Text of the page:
A visit to Sea Cliff Gardens B&B in Port Angeles, Wash., is literally like stepping into a painting. Strolling through the grounds among lush evergreens and rolling lawns, you’ll follow a flagstone walkway through a shaded woodland garden carpeted with primrose, hostas, hellebores, wood poppies and sweet alyssum. A waterfront rose garden with pink Adirondack benches overlooks the Strait of Juan de Fuca, toward the shores of Victoria, British Columbia. Over 100 blooming rhododendrons dazzle between March and June. Take a stroll and hear about owner Bonnie Kuchler’s labor of love and how she tamed an English garden gone wild.
Join thousands of design-conscious readers for exclusive offers, gardening inspiration and innovative design solutions for enjoying outdoor spaces.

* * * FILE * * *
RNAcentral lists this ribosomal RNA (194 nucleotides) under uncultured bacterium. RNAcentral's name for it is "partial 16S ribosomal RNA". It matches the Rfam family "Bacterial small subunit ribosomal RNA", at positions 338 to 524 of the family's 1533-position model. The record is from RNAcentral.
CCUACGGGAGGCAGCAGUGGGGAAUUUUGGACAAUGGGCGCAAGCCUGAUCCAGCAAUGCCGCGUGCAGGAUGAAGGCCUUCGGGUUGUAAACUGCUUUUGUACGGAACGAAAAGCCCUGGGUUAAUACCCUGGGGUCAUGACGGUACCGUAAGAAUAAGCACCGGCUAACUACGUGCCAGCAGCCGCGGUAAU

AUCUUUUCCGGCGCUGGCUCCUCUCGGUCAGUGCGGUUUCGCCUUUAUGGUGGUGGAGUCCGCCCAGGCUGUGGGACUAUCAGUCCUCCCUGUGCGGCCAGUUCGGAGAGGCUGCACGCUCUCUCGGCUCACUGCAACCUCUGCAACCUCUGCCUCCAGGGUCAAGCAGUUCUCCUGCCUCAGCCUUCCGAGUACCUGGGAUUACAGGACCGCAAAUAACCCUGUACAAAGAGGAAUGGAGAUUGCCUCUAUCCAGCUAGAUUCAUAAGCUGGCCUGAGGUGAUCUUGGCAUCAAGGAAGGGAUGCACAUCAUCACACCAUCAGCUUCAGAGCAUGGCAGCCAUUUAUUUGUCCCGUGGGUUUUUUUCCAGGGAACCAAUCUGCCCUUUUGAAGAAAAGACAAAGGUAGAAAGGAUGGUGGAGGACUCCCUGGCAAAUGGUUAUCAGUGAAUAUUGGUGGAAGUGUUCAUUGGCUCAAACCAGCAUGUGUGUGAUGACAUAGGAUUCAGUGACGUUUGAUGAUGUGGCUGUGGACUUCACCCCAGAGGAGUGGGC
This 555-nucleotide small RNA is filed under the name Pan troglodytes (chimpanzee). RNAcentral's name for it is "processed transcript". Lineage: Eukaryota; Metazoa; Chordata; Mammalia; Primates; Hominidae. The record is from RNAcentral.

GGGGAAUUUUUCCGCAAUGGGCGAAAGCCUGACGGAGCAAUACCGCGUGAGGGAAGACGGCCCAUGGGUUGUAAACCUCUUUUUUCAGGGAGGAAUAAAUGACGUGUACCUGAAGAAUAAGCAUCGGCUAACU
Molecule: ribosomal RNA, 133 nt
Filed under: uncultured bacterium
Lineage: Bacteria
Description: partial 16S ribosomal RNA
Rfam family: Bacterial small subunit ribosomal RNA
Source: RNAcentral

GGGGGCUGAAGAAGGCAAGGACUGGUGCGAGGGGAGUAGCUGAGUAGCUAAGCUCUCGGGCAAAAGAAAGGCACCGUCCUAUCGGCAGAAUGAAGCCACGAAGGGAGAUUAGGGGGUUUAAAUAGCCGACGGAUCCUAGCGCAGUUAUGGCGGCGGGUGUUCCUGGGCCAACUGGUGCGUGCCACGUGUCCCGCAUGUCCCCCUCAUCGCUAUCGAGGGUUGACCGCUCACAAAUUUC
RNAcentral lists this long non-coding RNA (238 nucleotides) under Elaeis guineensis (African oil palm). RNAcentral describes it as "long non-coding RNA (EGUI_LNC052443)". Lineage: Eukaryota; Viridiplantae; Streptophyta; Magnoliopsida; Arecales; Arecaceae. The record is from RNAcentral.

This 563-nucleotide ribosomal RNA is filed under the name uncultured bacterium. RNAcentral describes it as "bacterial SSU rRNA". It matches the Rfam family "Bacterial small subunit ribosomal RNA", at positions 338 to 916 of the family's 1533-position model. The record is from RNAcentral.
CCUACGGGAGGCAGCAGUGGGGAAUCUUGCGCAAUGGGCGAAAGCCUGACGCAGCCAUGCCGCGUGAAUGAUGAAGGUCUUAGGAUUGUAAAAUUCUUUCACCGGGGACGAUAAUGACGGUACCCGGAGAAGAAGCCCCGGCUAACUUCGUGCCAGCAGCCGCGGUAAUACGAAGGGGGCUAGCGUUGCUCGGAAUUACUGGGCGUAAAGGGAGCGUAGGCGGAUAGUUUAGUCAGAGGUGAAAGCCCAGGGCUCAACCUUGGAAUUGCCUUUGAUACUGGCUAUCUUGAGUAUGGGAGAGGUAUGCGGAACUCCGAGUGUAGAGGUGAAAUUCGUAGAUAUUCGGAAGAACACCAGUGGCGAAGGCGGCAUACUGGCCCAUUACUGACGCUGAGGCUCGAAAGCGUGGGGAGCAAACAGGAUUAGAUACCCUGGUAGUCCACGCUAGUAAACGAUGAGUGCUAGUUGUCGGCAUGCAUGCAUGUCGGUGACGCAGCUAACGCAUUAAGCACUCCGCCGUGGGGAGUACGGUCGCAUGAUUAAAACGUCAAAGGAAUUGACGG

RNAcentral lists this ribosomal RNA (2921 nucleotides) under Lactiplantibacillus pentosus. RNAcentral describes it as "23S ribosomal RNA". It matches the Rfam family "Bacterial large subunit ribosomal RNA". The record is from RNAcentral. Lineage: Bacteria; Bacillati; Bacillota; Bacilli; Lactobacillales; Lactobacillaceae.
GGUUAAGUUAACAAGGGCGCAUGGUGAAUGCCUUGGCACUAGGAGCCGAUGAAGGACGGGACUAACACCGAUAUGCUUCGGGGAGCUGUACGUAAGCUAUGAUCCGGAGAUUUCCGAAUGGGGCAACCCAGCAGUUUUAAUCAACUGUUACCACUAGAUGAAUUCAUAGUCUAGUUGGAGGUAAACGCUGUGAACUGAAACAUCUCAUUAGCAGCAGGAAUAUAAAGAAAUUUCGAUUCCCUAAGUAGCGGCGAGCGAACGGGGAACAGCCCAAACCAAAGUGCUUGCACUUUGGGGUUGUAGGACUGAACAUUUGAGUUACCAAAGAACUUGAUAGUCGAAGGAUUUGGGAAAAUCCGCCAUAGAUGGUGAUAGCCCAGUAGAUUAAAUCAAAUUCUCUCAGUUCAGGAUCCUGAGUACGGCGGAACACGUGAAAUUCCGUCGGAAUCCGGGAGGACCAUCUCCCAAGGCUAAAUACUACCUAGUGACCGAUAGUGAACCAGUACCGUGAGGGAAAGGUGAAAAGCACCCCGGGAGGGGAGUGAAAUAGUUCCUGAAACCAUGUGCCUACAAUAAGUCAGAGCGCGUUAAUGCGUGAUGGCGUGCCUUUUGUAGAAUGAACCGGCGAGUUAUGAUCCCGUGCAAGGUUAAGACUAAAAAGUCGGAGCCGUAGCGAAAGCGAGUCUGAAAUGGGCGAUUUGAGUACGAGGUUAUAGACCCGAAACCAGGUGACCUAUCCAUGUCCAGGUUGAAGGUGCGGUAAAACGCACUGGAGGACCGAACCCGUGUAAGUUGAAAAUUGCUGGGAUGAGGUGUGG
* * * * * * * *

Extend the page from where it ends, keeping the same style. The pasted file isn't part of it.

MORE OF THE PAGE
We will never sell or distribute your email to any other parties or organizations.
GD: Explain the main factors influencing your selection of plants.
Kuchler: Color is my highest priority. I would live in a color-coordinated world if I could. I am naturally drawn to blues, purples and pinks—and toss in the occasional pop of peach or yellow or red. I work to create vignettes throughout the garden that can be captured by the camera. Each frame plays with flower and foliage hues and mixes up textures and heights.
Equally important to me is bloom time. I want our October guests to be as delighted by my garden as our April and July guests. Even January holds interest, with magenta heath, silver-mound artemisia, red-twig dogwood, dozens of pink and chartreuse hellebores, pansies, snow drops, bald eagles, and Anna’s hummingbirds.